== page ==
In a letter to J. Michael Pearson, chairman and CEO of Valeant, Pyott noted that the rejection is based on a number of factors, among them that Allergan’s board has faith in the company’s organic growth and R&D engine and that the company is expecting “double-digit sales growth and earnings per share compounded annual growth of 20 percent over the next five years.”
In the latest move to fend off Valeant, Allergan on Aug. 1 filed a lawsuit in a U.S. district court alleging that Valeant Pharmaceuticals and Pershing Square Capital Management—the latter being the hedge fund that filed preliminary proxy materials with the U.S. Securities and Exchange Commission to solicit proxies to call a special meeting of Allergan’s stockholders as part of the takeover attempt—had “violated federal securities laws prohibiting insider trading, engaged in other fraudulent practices and failed to disclose legally required information.” The suit also names Pershing Square CEO William A. Ackman and maintains that between February and April, Pershing Square bought Allergan stock and securities worth more than $3.2 billion while being “fully aware” of Valeant’s takeover intentions.
“After careful consideration, Allergan decided to file the lawsuit in order to ensure that all of its stockholders have the opportunity to make decisions regarding their investment in the company based on compliant, full and fair disclosures, and to ensure that any stockholders voting on corporate matters acquired their shares in accordance with the law,” Allergan noted in the filing.
Valeant immediately shot back in a statement the same day of the court filing, saying that the complaint by Allergan “makes baseless claims about Valeant and Pershing Square regarding the tender offer rules.”
“Allergan’s true purpose in bringing the litigation is an attempt to interfere with shareholders’ efforts to call a special meeting,” said Valeant and Pershing Square. “That purpose is made clear in a separate letter Allergan sent today to the Delaware Court of Chancery.” In that letter, Valeant and Pershing Square said, Allergan noted that its bylaws “provide that the corporate secretary ‘shall consider ineffective’ any special meeting requests that are ‘made in a manner that involved a violation of Regulation 14A under the Exchange Act, or other applicable law.’”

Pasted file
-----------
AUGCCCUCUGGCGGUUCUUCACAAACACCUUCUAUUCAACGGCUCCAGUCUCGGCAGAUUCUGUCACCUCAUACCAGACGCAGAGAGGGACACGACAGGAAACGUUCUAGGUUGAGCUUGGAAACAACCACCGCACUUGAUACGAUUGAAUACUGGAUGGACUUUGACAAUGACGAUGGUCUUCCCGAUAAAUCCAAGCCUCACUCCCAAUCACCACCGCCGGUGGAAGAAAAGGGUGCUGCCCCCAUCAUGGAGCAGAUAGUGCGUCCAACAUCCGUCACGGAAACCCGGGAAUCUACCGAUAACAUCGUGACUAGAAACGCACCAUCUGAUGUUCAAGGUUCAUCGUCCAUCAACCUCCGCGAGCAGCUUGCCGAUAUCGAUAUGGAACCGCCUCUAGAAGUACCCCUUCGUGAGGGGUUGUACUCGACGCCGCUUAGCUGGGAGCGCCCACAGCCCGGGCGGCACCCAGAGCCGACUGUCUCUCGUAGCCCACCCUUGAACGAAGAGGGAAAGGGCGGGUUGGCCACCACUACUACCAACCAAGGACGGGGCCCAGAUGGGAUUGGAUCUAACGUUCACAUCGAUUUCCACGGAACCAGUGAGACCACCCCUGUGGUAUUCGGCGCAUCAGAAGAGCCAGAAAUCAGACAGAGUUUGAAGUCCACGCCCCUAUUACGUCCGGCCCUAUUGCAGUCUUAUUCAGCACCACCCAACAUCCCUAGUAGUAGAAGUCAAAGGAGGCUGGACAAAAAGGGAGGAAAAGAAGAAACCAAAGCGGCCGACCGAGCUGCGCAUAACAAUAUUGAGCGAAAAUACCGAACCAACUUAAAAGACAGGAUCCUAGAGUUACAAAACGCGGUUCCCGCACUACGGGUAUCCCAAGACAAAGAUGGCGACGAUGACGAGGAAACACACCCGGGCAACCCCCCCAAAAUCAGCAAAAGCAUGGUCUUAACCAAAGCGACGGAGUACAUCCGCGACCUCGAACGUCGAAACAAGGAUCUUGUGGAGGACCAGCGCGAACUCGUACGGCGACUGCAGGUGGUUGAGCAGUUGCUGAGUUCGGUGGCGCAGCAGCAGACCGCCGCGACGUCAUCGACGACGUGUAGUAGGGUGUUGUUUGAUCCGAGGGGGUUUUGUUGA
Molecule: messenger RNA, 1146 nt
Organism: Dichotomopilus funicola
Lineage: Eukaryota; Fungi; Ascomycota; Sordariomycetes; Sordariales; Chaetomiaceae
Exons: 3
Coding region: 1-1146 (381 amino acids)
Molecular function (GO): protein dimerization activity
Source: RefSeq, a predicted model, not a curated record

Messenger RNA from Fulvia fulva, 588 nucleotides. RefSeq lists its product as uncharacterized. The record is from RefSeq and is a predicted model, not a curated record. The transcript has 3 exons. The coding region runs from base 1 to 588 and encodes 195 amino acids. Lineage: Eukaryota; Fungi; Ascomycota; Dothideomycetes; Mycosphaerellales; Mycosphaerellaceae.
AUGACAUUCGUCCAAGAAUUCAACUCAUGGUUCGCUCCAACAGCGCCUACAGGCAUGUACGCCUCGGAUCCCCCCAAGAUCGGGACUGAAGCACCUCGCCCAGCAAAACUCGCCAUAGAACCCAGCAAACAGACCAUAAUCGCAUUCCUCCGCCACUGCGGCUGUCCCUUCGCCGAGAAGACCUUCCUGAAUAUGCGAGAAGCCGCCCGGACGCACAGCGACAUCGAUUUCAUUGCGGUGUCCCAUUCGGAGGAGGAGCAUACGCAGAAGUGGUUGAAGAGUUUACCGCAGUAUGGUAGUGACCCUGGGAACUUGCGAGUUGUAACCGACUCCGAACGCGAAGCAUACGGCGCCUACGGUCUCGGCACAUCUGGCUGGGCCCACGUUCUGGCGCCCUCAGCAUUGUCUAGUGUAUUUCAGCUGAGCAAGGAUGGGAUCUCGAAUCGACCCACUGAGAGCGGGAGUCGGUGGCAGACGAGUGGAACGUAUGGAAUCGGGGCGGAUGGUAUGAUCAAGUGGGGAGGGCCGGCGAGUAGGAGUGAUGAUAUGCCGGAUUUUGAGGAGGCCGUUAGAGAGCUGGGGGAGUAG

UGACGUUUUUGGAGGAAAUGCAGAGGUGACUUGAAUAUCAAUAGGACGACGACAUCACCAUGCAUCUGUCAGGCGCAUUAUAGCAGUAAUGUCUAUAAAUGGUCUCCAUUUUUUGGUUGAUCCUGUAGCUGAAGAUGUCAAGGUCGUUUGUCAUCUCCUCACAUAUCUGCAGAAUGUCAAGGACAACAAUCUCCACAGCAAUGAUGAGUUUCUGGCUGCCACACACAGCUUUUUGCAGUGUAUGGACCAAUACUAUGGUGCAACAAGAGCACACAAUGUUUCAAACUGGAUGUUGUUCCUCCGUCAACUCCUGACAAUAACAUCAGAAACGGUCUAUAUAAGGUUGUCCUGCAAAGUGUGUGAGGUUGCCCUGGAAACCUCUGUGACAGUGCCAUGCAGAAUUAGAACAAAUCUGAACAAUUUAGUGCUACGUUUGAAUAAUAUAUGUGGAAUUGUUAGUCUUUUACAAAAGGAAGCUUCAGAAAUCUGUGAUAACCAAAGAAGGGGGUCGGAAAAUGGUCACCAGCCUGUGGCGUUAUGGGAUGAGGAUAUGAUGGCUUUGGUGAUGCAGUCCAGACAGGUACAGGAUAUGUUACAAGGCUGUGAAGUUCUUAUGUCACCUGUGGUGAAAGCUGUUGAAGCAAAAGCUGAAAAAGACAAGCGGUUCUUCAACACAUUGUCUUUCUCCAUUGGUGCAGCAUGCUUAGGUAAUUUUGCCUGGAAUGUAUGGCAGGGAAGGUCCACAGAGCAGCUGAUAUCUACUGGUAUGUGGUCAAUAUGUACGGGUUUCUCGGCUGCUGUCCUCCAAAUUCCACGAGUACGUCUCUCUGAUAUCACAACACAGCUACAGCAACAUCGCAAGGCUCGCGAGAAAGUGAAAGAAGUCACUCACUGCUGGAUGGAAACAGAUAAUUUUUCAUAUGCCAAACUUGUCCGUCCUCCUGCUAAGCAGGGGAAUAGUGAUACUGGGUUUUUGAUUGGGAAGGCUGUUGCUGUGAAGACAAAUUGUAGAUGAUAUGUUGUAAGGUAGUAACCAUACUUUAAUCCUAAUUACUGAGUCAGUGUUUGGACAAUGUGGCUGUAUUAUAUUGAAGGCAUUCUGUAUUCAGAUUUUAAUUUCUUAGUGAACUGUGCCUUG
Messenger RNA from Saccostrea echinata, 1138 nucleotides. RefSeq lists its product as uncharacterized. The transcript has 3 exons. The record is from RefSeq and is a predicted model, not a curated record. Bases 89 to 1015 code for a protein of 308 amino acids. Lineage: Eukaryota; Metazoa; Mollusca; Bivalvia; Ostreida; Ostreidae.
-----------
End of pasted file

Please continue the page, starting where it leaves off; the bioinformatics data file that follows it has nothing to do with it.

They continued by saying that Pershing Square was targeting the middle of August for delivering shareholder requests to call a special meeting. “Pershing Square and Valeant are confident that this desperate attempt to delay or avoid the special meeting will not succeed,” they wrote. “The independent proxy advisory firms are expected to issue their recommendations on this matter in the near future, and this lawsuit also seeks to distract from those forthcoming recommendations.”
“This is a shameless attempt by Allergan to delay the shareholders’ fundamental right to call a special meeting and vote their shares,” asserted Pershing Square’s Ackman. “Allergan is threatened by our progress toward calling the special meeting. This scorched-earth approach is further evidence of the board’s and management’s entrenchment. Allergan’s determination to waste money on a baseless lawsuit against its largest shareholder demonstrates why this board of directors should be removed.”
“We are disappointed that Allergan continues to stand in the way of its shareholders right to voice their views on a transaction with Valeant,” added Valeant’s Pearson. “Despite Allergan’s attempted roadblocks, we remain committed to pursuing this compelling combination, which will create an unrivaled platform for growth and value creation.”